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Individual paper - The Working Class and Advocates for the Poor A Critique of Nickel and Dimed Many sociologists have studied the working class

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The Working Class and Advocates for the Poor: A Critique of Nickel and Dimed Many sociologists have studied the working class, whose members find it ever more difficult to afford their standard of living due to rising prices and stagnant wages. In recent years there has been a noticeable increase in the number of advocates for the working poor, fighting for the public goods and governmental regulations that will help the poor survive. One unlikely advocate was journalist Barbara Ehrenreich, who, during a time of unprecedented prosperity in the United States, spent several months trying to make ends meet in low-paying jobs. Her book Nickel and Dimed is a firsthand look into the lives of low-wage workers in America. The author worked first as a waitress and hotel maid in Florida; next as a housecleaning maid in Maine; and finally as a salesperson in Minnesota. She allowed herself several perks unavailable to most working-class individuals, including reliable transportation, startup cash for securing housing, and a way out if conditions became too difficult. The book details Ehrenreich’s experiences in each of the three locations and features an evaluation section following the narrative, in which the author compares her perspective to national trends. This paper will examine the characteristics of the working poor and will critique Nickel and Dimed as a part of the advocacy movement. In 1987, more than 8 million Americans who worked part- or full-time remained below the government-defined poverty line—which is calculated by tripling the cost of food for a family of four (Shapiro, 1989). Despite overall low poverty rates during the 1960s due to the implementation of President Kennedy’s War on Poverty programs, since 1980 there has been a steady increase in the number of people living at or below the poverty line. In particular, the
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percentage of children below the poverty level was at an all-time high in 1995, and has dropped only nominally since then (U.S. Bureau of the Census, 2008). It is unfortunate that anyone should live in the difficult conditions of poverty, but even more tragic that minorities are disproportionately represented in the poverty rate. A 2000 study confirmed that poverty is “not randomly distributed; race, gender, family structure, and parental education all have a significant effect on the likelihood of experiencing poverty” (Seccombe, 2000). One of the most crucial factors impacting the working poor is the minimal increases in wages over the past decade, when the economy has been robust. From 1996 to 1999, the poorest 10 percent of Americans saw their wages increase by $0.56 per hour—an overall increase of about $1,000 per year (Schmidt, 2000). With food prices and rent expenses going up at much higher rates, it is becoming more and more difficult for families to provide even basic necessities, whether parents are working part-time, full-time, or at multiple jobs. A common myth about the poor is that they are unemployed or underemployed because they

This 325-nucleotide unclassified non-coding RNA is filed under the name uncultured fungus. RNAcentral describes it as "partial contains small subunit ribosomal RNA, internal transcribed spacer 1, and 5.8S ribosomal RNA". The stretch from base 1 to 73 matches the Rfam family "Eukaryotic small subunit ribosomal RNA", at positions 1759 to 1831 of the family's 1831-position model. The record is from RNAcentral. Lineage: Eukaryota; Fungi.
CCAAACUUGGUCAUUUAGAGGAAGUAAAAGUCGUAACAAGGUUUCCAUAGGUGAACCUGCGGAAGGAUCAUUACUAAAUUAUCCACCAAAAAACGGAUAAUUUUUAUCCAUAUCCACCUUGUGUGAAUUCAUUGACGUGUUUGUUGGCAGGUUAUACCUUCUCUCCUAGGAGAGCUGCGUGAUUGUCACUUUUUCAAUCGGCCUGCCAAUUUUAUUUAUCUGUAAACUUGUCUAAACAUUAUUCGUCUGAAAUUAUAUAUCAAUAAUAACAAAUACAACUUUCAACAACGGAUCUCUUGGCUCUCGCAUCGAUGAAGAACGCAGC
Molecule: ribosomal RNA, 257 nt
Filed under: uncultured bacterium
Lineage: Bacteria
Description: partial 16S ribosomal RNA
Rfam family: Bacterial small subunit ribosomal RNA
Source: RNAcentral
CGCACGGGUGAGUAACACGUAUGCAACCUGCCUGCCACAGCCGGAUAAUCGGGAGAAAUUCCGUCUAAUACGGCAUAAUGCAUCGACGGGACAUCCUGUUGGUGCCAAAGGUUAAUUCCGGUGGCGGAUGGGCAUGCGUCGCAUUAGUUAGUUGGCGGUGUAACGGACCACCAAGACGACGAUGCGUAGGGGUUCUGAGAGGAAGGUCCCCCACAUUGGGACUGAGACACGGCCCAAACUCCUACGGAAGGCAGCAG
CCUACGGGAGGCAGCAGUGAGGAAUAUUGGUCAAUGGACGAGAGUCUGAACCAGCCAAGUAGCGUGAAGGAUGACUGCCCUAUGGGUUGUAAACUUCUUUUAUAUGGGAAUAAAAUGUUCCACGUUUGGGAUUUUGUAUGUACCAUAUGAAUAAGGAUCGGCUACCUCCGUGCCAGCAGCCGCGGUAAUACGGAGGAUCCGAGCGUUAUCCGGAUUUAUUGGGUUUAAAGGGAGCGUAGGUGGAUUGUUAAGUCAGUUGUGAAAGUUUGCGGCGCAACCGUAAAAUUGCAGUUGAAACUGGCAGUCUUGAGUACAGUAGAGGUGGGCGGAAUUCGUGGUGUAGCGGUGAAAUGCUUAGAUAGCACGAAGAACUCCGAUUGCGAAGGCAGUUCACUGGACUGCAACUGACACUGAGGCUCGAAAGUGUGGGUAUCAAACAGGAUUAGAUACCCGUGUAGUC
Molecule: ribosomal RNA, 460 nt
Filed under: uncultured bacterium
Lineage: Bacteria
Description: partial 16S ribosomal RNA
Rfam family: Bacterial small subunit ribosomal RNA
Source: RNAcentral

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This essay was uploaded on 04/18/2008 for the course SOC 370 taught by Professor Ward during the Winter '08 term at BYU.

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Individual paper - The Working Class and Advocates for the Poor A Critique of Nickel and Dimed Many sociologists have studied the working class

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